Well, the paddy fields are green once again. The rains are pouring down dutifully most nights, and often in the evenings. A few women can be seen in the fields, completing unfinished business after the week before, when they, along with many other women, stood in ankle-deep muddy water planting fresh new saplings in the wet earth. Sometime before they took over the vast spaces, their menfolk were busy tilling the dry fields, leaving behind them long, neat rows of newly dug up earth.
Then came Ashad 15 (I think, July 30), the ‘National Paddy Day’ as declared by the government, also known as “Dahi-Chiura Khane Din” (day to eat curd and beaten rice). It’s an important date in the Nepali calendar, since the country’s populace is mostly involved in agriculture (more than seventy percent, I believe), and of course, everyone, but everyone, eats rice as their staple food in Nepal. There’s a phrase that has made its way onto most guide books on Nepal—“Daal, Bhaat, Tarkari”—that’s the national staple meal wherever you go in the country, something that our Nepali diaspora, those in the Western hemisphere, miss most oh so terribly!
For those still not familiar with the land of the Himalaya (there could be plenty; in my view, in countries with people who are not at all interested in knowing more about the world, even in this world of the internet, and of globalization, because they are so securely cocooned in the womb of their own countries), well, so just you know, daal is lentil soup, bhaat is steamed rice, and tarkari is a curry. The first and the last are accompaniments (but essential) while bhaat is what fills the stomach and sustains you through the day, packed as it is with rich energy giving carbohydrate.
Now, some of you know that Nepal may be a small country (though with a bigger population than many EU nation-states, and many times larger than its insignificantly tiny neighbor, Bhutan) but it has more than one hundred ethnicities and languages among its three regions: mountainous, hilly, and lowlands (terai). The elevation ranges from 70 meters above sea level in the terai, bordering India, to 8,848 meters above sea level (that’s the highest point on earth, by the way; for those mystified still, that’s Mount Everest!), and there’s a distance of just about 300 kilometers separating them. Meaning, you can be in the swelteringly hot terai one moment, and in minus many degrees arctic weather within a few hours. That’s Nepal for you!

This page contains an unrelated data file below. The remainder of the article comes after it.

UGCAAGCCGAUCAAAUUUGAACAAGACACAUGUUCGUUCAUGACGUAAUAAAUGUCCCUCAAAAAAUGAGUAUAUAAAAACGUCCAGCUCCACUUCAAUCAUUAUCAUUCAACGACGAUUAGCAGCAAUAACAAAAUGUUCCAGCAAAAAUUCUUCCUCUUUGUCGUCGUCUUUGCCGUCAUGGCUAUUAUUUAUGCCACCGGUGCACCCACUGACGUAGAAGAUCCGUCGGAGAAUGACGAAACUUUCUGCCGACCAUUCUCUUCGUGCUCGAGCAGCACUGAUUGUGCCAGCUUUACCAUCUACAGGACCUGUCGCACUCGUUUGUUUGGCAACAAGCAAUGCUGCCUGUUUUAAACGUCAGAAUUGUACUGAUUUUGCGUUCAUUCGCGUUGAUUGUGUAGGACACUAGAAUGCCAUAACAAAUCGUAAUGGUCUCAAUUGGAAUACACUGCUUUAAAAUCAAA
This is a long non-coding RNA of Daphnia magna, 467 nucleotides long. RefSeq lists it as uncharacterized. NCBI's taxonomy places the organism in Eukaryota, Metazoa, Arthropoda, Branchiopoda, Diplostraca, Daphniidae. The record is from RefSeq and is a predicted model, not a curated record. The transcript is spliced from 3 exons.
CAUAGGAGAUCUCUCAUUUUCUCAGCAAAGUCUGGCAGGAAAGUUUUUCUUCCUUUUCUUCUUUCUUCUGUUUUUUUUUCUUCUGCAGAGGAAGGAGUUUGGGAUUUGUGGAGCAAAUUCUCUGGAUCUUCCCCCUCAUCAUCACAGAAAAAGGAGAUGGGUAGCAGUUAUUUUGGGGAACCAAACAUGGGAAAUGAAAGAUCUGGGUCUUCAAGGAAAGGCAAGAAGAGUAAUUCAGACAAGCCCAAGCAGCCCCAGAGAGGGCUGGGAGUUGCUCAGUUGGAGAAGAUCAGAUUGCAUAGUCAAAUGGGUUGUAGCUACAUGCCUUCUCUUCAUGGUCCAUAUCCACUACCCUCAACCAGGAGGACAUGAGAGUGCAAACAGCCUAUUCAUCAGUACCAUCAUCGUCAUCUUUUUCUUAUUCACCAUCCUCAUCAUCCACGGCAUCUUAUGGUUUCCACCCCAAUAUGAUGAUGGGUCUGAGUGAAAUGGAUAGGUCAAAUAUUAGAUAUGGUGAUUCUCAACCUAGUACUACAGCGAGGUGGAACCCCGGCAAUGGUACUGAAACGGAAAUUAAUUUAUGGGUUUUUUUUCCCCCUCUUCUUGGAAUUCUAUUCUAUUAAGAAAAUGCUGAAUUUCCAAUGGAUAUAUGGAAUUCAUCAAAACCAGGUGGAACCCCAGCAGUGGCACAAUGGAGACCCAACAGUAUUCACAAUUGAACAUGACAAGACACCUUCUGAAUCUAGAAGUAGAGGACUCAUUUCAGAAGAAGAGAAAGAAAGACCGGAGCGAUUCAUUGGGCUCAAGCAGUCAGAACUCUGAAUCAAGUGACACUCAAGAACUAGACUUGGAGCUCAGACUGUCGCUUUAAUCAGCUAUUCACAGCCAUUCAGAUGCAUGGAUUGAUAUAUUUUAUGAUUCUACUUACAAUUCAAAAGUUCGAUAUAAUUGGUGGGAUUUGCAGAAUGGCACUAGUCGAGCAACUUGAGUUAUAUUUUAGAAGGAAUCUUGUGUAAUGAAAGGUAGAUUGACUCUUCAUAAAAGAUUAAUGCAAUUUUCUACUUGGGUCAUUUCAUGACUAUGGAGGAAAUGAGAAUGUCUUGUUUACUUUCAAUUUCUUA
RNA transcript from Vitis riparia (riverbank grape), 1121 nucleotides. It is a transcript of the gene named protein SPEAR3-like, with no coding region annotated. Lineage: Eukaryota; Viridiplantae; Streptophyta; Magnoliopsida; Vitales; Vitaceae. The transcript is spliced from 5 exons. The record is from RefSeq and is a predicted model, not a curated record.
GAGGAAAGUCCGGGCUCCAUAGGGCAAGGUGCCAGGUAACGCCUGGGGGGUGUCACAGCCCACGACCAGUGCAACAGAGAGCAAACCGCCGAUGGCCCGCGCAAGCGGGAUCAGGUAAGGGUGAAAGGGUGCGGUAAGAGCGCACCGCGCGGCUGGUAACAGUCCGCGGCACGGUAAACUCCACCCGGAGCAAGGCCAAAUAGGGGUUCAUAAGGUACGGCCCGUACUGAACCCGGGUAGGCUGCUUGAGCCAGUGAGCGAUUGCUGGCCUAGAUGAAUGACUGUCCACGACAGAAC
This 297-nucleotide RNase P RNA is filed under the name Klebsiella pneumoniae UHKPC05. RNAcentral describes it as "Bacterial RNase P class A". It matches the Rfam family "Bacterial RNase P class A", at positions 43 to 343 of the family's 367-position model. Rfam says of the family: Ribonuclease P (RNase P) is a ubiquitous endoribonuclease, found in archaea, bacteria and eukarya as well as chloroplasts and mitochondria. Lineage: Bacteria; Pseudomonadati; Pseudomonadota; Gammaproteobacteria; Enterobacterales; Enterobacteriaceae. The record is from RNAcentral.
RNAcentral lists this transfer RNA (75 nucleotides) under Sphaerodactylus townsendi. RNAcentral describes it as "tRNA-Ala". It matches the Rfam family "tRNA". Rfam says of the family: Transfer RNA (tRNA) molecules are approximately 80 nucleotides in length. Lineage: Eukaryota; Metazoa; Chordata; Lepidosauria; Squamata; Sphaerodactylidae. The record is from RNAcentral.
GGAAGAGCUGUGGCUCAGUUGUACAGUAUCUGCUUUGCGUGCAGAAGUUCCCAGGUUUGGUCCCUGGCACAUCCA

Anyway, wherever you go in this really-not-so-small country, you are likely to find everyone eating “daal, bhaat, tarkari” for lunch and dinner, the two main meals of the day, and for many, the only two meals of the day. Well, yes, people generally are on the poorer side here, what with the Nepali rupee hardly worth anything against other currencies. Just think about it—a dollar is equal to more than a hundred rupees—is it any wonder, then, that we are poor? I mean, in this age of globalization, and so on.
Leaving such disconcerting subjects aside, let’s talk a bit more about rice, the food that sustains about 30 million Nepalis of all hues and colors and languages and cultures. I remember an eminent agronomist saying, “People eat what they grow, or people grow what they like to eat.” Well, in our case, both are one and the same, in my view. By the way, the man who said the above, a certain Wayne Freeman, a seed specialist in the Rockefeller Foundation’s Agricultural Program in India (1976-1982, or thereabouts), is also credited with introducing “Mansuli” rice to the country, which is undoubtedly the most commonly eaten type here. He describes “Mansuli” as having a nice taste and pleasant aroma.
The classes, however, go for the more exotic, and of course, many time more expensive, “Basmati” and such, but for the masses, it’s “Mansuli” all the way. Day and night, night and day, week after week, month after month, year after year, ad infinitum. Remembering that it’s some 30 million people we’re talking about (less one percent), and man, that’s a helluva lot rice, don’t you agree? So, do you now think it kind of unusual to have so much fanfare regarding the season of planting rice? There’s a name in Nepali for it, “Ropai”, which translates simply to “planting”. Now, there’s a lot more stuff that’s planted through the year, but this particular word is reserved only for the planting of rice. That’s how much importance rice holds in all Nepali hearts!